How families can lovingly cope with dementia

Dementia Friends BritMums post

Emma and 3 talks about when a grandparent has dementia

Dementia affects so many people directly and through their parents, relatives, colleagues and friends. It can be a heart-breaking condition and yet there are very simple things we can do to help.

You can make a difference by signing up to become a Dementia Friend. Public Health England and the Alzheimer’s Society joined forces last year to help everyone join together to help people with dementia live well.

BritMums worked with Dementia Friends, asking bloggers to share their personal stories of the impact of dementia and tips on how the lives of sufferers and their carers can be made that little bit easier. (Bloggers were compensated for their time. All opinions are their own.)

How becoming a Dementia Friend helps you and others

Becoming a Dementia Friend means gaining an understanding of the challenges faced by people with dementia and learning a few useful tips to help make life better for those living with the condition. To become a friend, individuals watch a short online film or attend an information session, which explains what dementia is, how it affects individuals and what people can do to help those living with the disease.

There’s no age limit to becoming a Dementia Friend, and recently Alzheimer’s Society has launched a new section on its website aimed at teachers, youth group leaders, young people and parents, to help them teach and talk to children about Dementia.


Positive personal experiences with dementia sufferers

Erica shared a beautiful photograph of her child with her grandmother. She explained how her grandmother loved seeing children and you can really see that in the photograph.

For, Iona it was important to remember her Granny for who she was. Iona would have liked to have had more information on the condition whilst she was alive.

Claire’s Nan, now deceased, taught her that true love never dies. She feels more prepared to deal with a recent diagnosis in the family and shares how she wants to support her children to understand the issue.

Becky talked about her work with dementia sufferers and how it was a positive and uplifting experience as it alleviates the isolation often associated with the condition and people had fun.

Little things that can help

Keeping things simple and showing patience also help enormously. Labelling things can be helpful from photographs to everyday items. Here are some other tips from those who know:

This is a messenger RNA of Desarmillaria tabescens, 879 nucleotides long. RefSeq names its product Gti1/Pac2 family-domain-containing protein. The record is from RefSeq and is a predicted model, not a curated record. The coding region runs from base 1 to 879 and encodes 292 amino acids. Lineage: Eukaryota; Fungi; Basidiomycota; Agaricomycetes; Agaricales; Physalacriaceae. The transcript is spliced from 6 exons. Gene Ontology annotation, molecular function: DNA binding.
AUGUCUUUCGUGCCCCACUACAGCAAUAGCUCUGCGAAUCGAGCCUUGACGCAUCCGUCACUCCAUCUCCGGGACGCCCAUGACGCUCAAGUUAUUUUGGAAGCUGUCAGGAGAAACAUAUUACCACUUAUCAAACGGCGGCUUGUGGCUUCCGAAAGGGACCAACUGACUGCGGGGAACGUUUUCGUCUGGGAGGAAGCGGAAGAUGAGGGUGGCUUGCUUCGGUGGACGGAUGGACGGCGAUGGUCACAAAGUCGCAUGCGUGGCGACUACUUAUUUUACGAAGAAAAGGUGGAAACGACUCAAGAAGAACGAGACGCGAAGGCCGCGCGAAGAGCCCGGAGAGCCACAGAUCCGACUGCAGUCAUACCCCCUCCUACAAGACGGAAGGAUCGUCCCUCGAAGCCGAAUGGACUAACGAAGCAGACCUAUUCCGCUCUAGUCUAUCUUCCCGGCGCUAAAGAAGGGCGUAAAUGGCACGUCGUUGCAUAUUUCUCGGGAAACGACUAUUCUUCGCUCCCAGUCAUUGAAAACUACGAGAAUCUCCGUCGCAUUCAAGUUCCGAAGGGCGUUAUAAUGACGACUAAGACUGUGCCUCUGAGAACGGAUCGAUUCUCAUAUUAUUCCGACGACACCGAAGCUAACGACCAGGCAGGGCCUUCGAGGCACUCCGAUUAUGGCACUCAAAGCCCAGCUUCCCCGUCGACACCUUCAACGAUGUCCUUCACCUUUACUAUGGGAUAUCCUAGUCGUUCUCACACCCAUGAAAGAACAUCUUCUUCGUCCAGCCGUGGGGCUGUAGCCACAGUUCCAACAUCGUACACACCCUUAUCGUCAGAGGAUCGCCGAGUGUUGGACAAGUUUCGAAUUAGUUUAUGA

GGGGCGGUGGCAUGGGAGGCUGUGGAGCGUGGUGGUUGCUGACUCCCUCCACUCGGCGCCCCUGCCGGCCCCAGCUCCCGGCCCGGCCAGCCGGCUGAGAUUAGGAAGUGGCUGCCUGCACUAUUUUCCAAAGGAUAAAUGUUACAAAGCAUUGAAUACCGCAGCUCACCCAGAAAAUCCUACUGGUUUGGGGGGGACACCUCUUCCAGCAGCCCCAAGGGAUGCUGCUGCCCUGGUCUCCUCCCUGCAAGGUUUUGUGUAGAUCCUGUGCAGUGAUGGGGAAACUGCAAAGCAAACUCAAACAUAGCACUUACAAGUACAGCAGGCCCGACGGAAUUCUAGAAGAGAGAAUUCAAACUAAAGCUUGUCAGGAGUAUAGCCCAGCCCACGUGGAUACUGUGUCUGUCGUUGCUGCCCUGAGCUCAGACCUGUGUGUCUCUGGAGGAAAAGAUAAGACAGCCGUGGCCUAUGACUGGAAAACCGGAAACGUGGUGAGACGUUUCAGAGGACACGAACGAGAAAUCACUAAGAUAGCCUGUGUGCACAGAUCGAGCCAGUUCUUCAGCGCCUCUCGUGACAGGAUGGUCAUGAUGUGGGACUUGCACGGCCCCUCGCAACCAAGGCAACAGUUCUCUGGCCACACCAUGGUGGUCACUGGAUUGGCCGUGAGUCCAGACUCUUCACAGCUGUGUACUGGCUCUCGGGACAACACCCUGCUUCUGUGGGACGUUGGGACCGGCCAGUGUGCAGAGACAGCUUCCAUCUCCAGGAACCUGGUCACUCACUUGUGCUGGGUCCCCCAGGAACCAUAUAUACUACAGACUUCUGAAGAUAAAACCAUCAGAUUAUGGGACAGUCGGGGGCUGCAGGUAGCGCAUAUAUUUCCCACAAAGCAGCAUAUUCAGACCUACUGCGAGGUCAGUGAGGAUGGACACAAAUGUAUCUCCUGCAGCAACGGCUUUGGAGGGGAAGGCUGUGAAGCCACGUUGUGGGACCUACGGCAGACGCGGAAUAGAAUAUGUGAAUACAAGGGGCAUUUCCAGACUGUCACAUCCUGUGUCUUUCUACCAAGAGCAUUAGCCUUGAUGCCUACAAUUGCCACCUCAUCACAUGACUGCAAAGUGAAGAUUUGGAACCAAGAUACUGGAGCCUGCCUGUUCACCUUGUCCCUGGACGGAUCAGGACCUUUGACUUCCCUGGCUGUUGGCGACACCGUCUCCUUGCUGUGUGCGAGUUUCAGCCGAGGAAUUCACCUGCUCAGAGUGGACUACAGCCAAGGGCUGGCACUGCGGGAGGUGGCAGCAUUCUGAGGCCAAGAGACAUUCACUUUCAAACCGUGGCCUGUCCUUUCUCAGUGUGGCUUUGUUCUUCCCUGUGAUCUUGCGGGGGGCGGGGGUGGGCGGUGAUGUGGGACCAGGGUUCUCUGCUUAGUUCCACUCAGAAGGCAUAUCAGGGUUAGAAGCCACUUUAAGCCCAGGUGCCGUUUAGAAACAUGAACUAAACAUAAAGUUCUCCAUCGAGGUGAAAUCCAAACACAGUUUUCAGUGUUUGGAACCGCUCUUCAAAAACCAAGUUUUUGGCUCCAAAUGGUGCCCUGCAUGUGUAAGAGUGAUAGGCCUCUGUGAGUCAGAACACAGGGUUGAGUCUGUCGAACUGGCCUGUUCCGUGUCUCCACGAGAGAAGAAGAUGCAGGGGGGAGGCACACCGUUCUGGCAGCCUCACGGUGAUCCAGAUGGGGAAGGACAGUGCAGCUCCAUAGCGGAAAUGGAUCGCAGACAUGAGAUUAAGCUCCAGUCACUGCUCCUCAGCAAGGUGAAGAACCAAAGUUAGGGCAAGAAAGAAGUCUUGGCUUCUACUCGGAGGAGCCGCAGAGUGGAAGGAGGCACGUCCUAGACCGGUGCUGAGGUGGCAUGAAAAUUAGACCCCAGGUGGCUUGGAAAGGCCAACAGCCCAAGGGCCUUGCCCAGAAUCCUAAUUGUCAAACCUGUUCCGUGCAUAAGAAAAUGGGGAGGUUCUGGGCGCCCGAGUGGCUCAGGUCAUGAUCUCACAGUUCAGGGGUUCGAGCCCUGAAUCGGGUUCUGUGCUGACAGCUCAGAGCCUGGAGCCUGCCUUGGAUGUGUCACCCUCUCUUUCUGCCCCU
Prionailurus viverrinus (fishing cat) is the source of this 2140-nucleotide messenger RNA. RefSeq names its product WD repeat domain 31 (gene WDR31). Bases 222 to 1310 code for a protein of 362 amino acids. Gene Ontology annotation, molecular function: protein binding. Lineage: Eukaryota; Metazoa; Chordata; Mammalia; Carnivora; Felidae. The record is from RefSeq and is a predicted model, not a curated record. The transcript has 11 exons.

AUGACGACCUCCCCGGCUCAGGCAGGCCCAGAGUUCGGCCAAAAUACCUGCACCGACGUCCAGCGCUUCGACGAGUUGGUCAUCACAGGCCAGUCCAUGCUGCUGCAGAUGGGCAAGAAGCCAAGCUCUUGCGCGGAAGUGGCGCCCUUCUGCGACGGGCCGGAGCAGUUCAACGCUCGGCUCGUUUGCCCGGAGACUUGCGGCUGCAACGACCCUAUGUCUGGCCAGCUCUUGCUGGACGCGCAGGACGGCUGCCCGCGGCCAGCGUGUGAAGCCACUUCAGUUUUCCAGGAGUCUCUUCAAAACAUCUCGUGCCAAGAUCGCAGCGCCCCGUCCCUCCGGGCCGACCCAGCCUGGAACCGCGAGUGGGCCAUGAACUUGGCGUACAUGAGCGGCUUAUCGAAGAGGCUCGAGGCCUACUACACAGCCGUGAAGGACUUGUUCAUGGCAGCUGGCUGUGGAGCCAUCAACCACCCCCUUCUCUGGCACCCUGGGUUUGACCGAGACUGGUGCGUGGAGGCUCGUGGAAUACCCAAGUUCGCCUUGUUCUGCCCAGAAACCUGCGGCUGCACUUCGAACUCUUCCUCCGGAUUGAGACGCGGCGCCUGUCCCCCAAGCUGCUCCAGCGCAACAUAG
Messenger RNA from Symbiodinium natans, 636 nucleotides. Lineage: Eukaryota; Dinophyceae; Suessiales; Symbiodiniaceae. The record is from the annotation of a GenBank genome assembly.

Caroline talked about many things that help dementia patients. Memory boxes and nostalgia can also be a huge comfort to someone who experiences dementia. Care needs to be taken with reflective surfaces as it can be very distressing for some dementia patients to see their image in a mirror — their reality is that they look very different.

Kirsty and her family have some great tips including how music can be calming and generate memories.

Emma tells us about a giant clock that has made all the difference to her beloved Nanny Joyce.

Vicky demonstrated just how vital it is to visit those with dementia.

Getting your ducks in a row legally is important. Natasha mentioned how a Power of Attorney can be a useful tool for families.

Understanding Dementia Friends

In an incredibly powerful post about her late Mum, Gemma describes the experience of dementia and describes how simple it can be to show kindness to someone who is feeling confused.

Lilinha reminds us how the late Terry Pratchett supported the campaign.

Natasha explains how she has learned more about the condition since becoming a Dementia Friend.

Emma thinks becoming a Dementia Friend will help her answer her children’s questions as her Popa has recently being diagnosed.

Mari reminds us that carers need support too.

Ali shares some ways she helps a family affected by dementia.

Mary is going to take the resources into the school where she is a volunteer.


Resources and help from Dementia Friends

We encourage people to visit the Dementia Friends site and to encourage schools to use the resources available to them.

People with dementia can live well and independently, for many years if they have a little help, understanding and kindness from those around them.


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1 Comment

  1. 05 May 2015 / 11:06

    Thank you for this article. My mother suffered with dementia and after experiencing her long spell in hospital I launched Face to a Name campaign (

    Face to a Name encourages friends and relatives of those with dementia (or not) to take into hospital an A4 piece of paper showing a picture of them in younger years, together with three things about them that will help those that care for them relate better …

    “So, Mrs F, I gather you were a dancer / spy / lawyer in your heyday … ”
    “Well Mrs F, I hear you enjoy jazz / gardening / seeing your grandchildren – so do I, tell me about it …”

    … just these nuggets of information can make a whole big difference to the patient especially when having a pad changed, or blood pressure done.

    My mother’s nurses “got” her better when they knew something of who she was. They told me that seeing conveyor belts of elderly folk who cannot enlighten them about themselves makes their job harder. Most do not lack compassion, they lack information.

    Humanising the hospital experience for those not in a position to fully understand what’s going on is not rocket science – its simply a matter of putting a face to a name, a boon for patient and carer alike.